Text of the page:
Jane: A Living Picture

Poem By Richard George

I'm resisting the temptation
(now you work at Tate Modern)
to visit you like one of the exhibits:
but I wonder how a century
of painters might have seen you.
Picasso flattens you
to an ironic eyebrow's hypotenuse:
Modigliani strings you out
like an inscrutable almond.
Chagall depicts you flying with a goat,
which is not how I envisage you:
Bacon's plastic surgery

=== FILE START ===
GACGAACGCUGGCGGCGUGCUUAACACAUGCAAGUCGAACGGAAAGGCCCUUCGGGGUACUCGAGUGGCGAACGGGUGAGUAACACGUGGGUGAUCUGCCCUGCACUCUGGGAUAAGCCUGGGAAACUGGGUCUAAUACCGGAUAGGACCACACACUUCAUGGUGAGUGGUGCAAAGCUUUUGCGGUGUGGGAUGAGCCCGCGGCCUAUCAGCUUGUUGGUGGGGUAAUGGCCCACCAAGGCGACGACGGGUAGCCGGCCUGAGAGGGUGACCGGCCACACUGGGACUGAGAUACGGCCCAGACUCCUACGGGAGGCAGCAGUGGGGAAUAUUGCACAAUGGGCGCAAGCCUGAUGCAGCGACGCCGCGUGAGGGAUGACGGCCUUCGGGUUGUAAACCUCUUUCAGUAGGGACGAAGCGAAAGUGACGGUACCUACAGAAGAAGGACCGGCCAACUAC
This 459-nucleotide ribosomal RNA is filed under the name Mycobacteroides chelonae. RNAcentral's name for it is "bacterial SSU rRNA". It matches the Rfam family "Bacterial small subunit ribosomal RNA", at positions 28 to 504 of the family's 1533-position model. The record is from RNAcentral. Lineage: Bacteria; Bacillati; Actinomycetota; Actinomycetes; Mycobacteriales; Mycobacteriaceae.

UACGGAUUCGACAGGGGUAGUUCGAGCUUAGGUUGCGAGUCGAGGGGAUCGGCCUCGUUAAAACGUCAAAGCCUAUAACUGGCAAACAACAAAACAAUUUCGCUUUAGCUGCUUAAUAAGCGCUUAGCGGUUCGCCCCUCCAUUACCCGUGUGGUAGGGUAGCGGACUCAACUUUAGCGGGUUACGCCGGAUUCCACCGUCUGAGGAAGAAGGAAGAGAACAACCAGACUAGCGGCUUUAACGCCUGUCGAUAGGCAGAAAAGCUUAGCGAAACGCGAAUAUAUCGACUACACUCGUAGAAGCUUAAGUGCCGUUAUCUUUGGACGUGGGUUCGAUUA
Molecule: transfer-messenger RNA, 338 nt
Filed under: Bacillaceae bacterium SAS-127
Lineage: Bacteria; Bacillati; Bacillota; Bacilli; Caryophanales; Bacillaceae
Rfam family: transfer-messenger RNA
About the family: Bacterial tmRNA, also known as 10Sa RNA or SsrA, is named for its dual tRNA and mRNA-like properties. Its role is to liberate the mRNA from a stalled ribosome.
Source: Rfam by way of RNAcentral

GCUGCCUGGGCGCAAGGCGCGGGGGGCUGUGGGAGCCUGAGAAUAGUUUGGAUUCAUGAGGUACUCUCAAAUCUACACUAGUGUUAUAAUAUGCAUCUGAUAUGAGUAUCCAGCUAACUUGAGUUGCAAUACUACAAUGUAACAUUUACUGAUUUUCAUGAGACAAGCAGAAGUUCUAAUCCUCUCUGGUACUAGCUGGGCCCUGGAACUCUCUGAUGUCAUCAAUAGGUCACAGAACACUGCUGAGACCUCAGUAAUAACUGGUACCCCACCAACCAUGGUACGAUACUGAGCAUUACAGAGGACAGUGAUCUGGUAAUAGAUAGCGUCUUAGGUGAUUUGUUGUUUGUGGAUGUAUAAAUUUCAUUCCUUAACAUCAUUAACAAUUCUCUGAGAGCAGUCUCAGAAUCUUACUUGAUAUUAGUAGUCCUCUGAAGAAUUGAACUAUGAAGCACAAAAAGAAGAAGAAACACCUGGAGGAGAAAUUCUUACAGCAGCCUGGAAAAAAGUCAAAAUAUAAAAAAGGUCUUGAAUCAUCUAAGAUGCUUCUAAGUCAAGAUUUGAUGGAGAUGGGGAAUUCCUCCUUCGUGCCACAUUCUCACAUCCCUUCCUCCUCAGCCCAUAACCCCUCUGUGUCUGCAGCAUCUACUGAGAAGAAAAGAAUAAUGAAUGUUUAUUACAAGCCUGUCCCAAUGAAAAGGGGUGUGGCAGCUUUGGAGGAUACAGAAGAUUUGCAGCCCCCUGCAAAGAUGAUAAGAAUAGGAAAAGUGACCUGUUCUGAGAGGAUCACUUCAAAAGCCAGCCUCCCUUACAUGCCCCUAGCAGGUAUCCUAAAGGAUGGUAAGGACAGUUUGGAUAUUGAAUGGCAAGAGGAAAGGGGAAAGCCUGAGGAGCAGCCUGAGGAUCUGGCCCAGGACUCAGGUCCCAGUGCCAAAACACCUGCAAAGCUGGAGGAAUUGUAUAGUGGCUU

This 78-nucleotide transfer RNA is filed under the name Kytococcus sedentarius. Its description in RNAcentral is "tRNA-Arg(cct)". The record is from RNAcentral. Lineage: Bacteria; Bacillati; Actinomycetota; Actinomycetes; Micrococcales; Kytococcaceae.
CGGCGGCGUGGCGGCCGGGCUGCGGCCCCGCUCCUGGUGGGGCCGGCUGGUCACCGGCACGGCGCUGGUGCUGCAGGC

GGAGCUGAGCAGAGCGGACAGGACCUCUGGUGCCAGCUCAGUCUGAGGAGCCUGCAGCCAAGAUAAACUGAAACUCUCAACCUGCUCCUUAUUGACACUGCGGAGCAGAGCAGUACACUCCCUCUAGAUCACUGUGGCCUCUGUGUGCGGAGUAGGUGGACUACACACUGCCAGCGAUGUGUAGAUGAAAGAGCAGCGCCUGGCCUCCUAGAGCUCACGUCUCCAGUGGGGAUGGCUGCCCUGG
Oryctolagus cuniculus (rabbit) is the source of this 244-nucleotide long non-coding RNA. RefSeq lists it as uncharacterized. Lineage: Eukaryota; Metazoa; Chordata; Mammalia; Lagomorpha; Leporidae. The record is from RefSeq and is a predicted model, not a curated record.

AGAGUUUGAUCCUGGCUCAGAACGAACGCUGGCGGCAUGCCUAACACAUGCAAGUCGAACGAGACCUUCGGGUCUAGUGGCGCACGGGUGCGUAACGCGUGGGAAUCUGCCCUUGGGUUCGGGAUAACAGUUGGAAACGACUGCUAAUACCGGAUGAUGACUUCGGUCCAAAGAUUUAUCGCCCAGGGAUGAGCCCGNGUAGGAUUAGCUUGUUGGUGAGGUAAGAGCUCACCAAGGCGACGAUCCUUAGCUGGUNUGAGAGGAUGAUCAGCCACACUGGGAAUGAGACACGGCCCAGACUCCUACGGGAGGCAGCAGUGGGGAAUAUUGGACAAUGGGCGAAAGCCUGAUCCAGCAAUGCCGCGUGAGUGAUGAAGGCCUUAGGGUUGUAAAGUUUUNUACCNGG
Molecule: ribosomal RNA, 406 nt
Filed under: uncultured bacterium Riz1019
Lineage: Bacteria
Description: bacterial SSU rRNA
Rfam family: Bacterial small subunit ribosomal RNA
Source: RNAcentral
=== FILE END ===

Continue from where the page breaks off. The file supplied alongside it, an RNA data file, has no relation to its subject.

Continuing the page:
leaves you simian, resentful.
(Wyndham Lewis sketched you,
but never completed the project
since you refused to sleep with him) .
De Kooning made you hideous,
a matriarchal monster
from a schizophrenic's nightmare:
Warhol silk-screened you in boredom.
It took Lucien Freud
to do you justice; nose
to a flower, dark eyes
depthless, Hebraic.

Comments about Jane: A Living Picture

Interesting that Freud does the Hebraic look in your poem and not Chagall.


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